Parallell Cinéma was awarded the Dimmy's Award for outstanding interactive stereo 3D at the Dimension 3 Festival for the world's first complete stereo 3D training solution, available now on Convergence3D.
It's compatible with any screen, S3D-capable or not (a specific player has been developed).
This package is making a difference in the S3D world, being the only way for all filmmakers to professionally train themselves to stereo 3D, apart from long and expensive training sessions.
It is extremely complete, covering all technical and artistic changes, from pre-production to post-production. It includes:
- A 2h10min course shot in live-action stereo 3D: we explain a technique, you see the result.
- 8h in a "virtual film studio": an optically-accurate 3D software to test all the techniques in pre-built complex sets.
- 4h of very technical interviews with the S3D experts behind Coraline, Alice in Wonderland, Star Wars 3D, Despicable Me, Monsters vs. Aliens, etc.
MovieScope Magazine (UK) wrote: "The comprehensive DVD set explains all the techniques used in the field, including the most advanced such as non-parallel dynamic floating window, parallax range calculations, adaptation to screen sizes and more. This course gives filmmakers, from independents to long standing professionals, access to the technical skills necessary for the artistic change brought about by stereo 3D."
American Cinematographer online (USA) wrote: "Stereo 3D Filmmaking: The Complete Interactive Course makes the technical skills necessary for stereoscopic 3-D productions accessible to all filmmakers."
Sonovision/Broadcast (FR) wrote: "It's a must-have package"
Parallell Cinéma is also behind the stereo-3D capabilities of FrameForge Previz Studio, the previsualization software used to prepare their 3D shootings by Sony, RealD, 3ality Digital, etc. The "virtual film studio" of the course is based on it.
TV makers are frustrated by the slow release of stereo 3-D Blu-ray disks, one of the factors holding back sales of stereo 3-D TVs. Meanwhile TV makers are trying to cut the relatively high costs of 3-D TVs, another major factor holding back sales.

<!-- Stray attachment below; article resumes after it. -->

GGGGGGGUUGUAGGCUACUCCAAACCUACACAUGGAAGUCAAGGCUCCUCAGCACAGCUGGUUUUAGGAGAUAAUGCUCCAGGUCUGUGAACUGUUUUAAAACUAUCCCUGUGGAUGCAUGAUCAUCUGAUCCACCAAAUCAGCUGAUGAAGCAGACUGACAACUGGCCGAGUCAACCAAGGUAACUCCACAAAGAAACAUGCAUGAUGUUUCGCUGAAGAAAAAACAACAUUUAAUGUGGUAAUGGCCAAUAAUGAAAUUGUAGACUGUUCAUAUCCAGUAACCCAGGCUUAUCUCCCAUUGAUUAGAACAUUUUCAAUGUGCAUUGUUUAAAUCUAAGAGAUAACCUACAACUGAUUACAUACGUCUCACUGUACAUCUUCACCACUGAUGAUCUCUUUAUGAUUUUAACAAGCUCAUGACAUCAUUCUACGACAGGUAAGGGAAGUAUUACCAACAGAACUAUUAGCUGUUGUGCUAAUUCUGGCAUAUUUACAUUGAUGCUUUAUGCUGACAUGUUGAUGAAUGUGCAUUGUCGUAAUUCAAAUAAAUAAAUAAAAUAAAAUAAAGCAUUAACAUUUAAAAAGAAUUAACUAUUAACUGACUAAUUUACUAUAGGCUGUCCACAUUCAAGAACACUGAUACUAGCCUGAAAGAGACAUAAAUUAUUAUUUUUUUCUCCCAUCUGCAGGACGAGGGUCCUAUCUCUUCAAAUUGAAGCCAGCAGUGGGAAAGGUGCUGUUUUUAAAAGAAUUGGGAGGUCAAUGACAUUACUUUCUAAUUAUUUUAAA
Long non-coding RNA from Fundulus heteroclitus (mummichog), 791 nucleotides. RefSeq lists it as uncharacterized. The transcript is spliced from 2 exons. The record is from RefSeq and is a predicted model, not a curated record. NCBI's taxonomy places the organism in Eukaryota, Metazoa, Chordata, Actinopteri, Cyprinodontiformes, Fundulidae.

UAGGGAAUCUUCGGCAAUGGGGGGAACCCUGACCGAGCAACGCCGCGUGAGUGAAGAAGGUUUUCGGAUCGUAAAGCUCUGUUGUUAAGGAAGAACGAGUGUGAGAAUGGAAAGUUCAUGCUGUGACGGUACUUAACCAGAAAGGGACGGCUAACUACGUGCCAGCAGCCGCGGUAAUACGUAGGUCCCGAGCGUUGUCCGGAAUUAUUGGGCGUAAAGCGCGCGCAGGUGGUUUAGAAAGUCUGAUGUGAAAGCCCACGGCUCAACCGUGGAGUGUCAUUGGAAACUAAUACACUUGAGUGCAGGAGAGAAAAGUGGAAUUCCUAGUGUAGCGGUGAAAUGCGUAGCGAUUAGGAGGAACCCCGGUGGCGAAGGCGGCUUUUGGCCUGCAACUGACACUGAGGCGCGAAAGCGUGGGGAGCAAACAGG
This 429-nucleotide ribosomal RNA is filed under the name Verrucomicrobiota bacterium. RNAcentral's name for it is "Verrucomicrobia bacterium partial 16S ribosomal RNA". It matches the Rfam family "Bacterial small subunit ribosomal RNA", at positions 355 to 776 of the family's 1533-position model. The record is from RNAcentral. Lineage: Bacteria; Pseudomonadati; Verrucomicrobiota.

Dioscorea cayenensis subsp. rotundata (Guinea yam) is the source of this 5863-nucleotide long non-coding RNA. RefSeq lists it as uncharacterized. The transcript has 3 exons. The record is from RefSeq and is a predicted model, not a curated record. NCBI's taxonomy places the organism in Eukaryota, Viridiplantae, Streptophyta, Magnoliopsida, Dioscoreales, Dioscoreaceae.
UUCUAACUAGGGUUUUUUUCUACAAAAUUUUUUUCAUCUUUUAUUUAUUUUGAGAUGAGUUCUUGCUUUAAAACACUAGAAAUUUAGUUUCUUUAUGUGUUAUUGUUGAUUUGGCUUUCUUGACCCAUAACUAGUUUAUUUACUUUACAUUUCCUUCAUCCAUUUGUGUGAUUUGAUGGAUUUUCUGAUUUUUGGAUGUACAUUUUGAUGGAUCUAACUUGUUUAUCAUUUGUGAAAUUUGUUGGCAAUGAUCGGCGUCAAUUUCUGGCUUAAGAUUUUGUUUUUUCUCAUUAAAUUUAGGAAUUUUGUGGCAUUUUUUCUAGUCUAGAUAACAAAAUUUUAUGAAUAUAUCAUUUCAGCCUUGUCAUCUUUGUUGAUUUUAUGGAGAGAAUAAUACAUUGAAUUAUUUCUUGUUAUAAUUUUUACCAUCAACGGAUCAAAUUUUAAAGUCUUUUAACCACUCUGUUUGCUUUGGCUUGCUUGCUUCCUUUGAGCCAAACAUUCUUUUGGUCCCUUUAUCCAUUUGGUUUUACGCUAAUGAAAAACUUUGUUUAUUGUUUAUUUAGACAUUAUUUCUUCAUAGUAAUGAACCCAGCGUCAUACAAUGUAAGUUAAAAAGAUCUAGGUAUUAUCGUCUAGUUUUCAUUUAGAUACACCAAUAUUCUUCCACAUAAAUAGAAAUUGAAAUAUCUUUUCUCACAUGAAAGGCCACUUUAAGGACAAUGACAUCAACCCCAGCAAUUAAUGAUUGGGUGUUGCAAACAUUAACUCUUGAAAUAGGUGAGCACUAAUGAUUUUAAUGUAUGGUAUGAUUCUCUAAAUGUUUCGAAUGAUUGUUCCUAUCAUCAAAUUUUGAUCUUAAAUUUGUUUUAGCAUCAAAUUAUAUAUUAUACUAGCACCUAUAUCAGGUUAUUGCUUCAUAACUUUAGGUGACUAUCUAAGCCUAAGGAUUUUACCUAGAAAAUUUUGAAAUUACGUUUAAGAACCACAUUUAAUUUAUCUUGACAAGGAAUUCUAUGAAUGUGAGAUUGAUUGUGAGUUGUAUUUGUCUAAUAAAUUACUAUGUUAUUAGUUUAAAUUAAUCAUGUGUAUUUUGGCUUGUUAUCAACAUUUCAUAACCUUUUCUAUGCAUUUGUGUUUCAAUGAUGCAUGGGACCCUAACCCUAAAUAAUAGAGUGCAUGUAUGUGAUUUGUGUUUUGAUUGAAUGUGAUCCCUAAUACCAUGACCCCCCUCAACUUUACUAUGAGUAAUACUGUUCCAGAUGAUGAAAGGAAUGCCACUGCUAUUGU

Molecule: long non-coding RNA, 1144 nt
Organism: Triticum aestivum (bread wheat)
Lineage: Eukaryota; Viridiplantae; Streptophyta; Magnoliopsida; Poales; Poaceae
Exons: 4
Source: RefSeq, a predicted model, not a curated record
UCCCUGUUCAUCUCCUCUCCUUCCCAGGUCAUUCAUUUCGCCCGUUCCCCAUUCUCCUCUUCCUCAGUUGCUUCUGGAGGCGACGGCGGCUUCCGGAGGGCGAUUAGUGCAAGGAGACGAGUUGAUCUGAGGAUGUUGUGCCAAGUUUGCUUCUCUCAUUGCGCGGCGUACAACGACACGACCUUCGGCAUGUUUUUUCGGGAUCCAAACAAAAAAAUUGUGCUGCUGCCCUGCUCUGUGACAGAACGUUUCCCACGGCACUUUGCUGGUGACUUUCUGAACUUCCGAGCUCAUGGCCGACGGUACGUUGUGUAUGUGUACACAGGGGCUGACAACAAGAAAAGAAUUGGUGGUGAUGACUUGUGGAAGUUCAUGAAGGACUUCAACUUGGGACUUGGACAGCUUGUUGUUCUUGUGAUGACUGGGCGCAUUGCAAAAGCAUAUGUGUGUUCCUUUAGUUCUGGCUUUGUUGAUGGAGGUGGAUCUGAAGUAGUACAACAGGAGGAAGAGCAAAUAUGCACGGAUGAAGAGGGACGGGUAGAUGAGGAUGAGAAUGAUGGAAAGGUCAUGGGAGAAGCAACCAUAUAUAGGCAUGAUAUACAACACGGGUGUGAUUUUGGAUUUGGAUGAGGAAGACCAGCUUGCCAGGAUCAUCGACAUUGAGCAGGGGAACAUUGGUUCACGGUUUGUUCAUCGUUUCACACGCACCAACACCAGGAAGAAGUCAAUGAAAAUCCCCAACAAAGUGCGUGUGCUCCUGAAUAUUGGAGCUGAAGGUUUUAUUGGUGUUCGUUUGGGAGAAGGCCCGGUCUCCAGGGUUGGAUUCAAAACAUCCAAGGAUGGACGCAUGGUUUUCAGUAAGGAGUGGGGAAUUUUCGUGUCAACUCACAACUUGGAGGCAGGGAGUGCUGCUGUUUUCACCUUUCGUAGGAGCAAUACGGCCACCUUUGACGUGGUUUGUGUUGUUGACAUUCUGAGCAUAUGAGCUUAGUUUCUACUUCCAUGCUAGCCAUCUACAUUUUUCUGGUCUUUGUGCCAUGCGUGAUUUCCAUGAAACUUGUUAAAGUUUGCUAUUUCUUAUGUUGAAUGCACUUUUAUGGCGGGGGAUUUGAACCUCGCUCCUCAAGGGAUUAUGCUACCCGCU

TV makers had anticipated sales of more than 2.1 million 3-D sets in 2010, but sales trends indicate actual sales will be less than 1.6 million, according to figures from the Consumer Electronics Association. The shortfall represents what could be a billion dollars in sales.
Hollywood studios and broadcasters are under pressure to release more 3-D TV content to perk up sales. So far few 3-D Blu-ray titles have been released for general distribution; a limited number of disks are available sold as bundles with 3-D-enabled Blu-ray players and TVs.
Hollywood studios see a big market for Blu-ray 3-D titles, but they are holding back general releases until there is a bigger market of players and TVs. "We haven’t reached a critical mass in homes" to broadly release 3-D disks, said Jim Mainard, head of production development/technology at Dreamworks, one of the studios who have pushed the move to 3-D TV.
It's a chicken-and-egg situation in which TV makers feel they have the disadvantage, claiming there is not enough content to drive sales of systems.
"There is not enough content right now," admitted Mainard. "Sometime in 2011, you will start to see a lot of these titles free up, not just from Dreamworks but a lot of other companies," he said.
"There will be enough content in 2011, you will see a 3-D Blu-ray section in your local DVD stores next year," he said. "I would say we are probably a year away—it's not this holiday season, but the next one before we start to see any pick up here," he added.
A Sony studios spokeswoman said her company and others have put "a number" of 3-D Blu-ray titles into general release online and at retail. "A number of major studio Blu-ray 3D releases are coming on November 16 and more will be released before the end of the year" including five Sony titles, she added.
Meanwhile live sports content is moving ahead, but faces many challenges. It takes as many as 200 people and an entire separate production flow from cameras on up to record a sports event in 3-D.
"We are spending more than twice what it takes to do normal 2-D HD event" to capture a sporting event in 3-D, it’s a huge financial commitment," said Bryan Burns, vice president for strategic business planning and development at ESPN which is leading the charge in 3-D sports.
"We are doing a game a week and struggling to get there," he said, projecting broad adoption of 3-D TV sets could take three to five years.
Burns called for the industry to support ESPN's efforts. Consumer electronics companies are said to be providing ESPN equipment for free or at low cost to help jumpstart the need for content.
Mainard of Dreamworks suggested the studio has algorithms and other technology to enable broadcasters to share some tasks across 2-D and 3-D production equipment.
Cutting 3-D TV Costs